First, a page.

Editor’s note: this article was translated and edited from Ifeng.com, and looks at the story of James, an American teacher who has spent the last five years teaching English in China. James explains the hardships and frustrations he has had to face regarding the Chinese style of English teaching, and the issues he has had in getting his students motivated. The article then reveals similar experiences by a veteran Chinese English teacher, who explains that the parents and the school pressure teachers in adjusting their English teaching styles to be more “conventional”.
Many are aware of the emphasis China has placed on the studying of English in its schools; a phenomenon that has also branched out to kindergartens, with children as young as two or three beginning their journeys in English studying. However, for foreign teachers like James, an American who has worked as an English teacher in China for five years, the exam-focused education processes can make teaching English in China tough. “Do Chinese people really value the study of English?” asks a frustrated James. Previously, James worked at a middle school in a city in southwest China, and last year made the move to work at a private international school elsewhere as a volunteer.
James’s current school has almost 2,000 students of all ages from first grade elementary kids to final year high school students, and also employs over 20 English teachers. James is one of two foreign teachers at the school, and prior to joining the school, was very excited about the job. James stated that the middle school he previously taught English in was purely geared towards passing exams, and he hoped his new school would be different. However, James soon discovered that despite it calling itself an “international school”, the exam-focused, rote teaching methods were still prevalent.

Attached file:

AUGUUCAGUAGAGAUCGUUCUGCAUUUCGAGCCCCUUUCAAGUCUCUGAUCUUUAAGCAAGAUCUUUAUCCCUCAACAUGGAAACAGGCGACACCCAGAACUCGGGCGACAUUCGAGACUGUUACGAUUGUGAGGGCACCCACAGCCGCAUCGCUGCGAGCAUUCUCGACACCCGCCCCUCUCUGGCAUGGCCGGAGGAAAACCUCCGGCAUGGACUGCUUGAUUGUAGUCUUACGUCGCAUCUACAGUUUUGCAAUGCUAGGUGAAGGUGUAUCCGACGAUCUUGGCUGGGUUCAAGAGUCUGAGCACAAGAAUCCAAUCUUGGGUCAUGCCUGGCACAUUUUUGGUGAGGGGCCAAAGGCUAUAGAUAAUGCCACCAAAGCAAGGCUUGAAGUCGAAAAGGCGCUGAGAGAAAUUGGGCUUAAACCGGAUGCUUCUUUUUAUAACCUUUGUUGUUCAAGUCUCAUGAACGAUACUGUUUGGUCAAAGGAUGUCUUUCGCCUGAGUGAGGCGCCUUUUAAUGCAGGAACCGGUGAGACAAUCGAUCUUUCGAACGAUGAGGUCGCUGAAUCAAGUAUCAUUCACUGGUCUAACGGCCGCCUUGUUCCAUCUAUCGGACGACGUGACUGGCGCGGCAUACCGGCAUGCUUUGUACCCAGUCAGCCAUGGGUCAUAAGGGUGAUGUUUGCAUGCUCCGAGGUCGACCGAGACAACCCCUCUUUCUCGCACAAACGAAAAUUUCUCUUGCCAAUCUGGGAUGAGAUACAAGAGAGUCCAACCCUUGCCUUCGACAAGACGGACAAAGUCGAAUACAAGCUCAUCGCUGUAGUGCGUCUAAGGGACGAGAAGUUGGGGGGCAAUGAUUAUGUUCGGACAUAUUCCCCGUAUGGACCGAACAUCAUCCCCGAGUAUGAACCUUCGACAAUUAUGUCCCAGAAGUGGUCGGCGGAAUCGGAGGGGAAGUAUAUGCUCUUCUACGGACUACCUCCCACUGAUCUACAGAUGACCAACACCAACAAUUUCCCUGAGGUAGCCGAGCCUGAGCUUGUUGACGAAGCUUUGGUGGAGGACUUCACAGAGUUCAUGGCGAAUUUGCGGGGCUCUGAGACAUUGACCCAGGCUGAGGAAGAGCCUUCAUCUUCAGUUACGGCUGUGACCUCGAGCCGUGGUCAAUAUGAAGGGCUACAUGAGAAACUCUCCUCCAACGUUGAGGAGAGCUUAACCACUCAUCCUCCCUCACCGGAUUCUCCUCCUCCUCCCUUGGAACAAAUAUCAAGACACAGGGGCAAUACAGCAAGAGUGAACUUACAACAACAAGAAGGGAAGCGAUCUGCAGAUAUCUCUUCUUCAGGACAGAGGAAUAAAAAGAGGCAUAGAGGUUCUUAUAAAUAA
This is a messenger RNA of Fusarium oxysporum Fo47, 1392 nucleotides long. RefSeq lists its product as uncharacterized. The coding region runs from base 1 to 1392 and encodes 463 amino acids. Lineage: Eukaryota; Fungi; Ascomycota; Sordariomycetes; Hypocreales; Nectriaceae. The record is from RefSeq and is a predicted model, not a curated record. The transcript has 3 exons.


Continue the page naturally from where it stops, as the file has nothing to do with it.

James previously asked the principal whether the school should employ more foreign education methods and arrange English-related activities such as an English corner; however the principal showed little interest. James was also surprised to find that despite there being over 20 English teachers in the school, there was almost zero communication between him and them during his time in the office. In a similar fashion to the teachers, James also found that his students barely ever engaged in conversation with him after class, despite the fact that many of these students were planning to go abroad to study at university.
You had me at “hello” and nothing more
James explained that he found it difficult to understand why so many Chinese people spend vast sums of money on attending English classes but weren’t willing to make the steps to improve their oral English. He also believes that many foreigners who teach English in China aren’t qualified enough for the job, and are simply teaching because they can speak the language. “If someone speaks Chinese does that mean they automatically have the credentials to be a Chinese teacher?” he complains.
James once asked newly arrived teacher Miss Zhang what she thought of fellow teacher Mrs Liu’s English. Mrs Liu is apparently known as one of the top teachers in the area, and taught English to middle school students. Miss Zhang replied “of course her English is great, she’s my idol.” James then told Miss Zhang “don’t learn from her. Her English isn’t good.” The reason for which being that during an end-of-year party to welcome the foreign teachers to the school, Mrs Liu delivered a speech in English which to James sounded very sloppy and was littered with simple mistakes.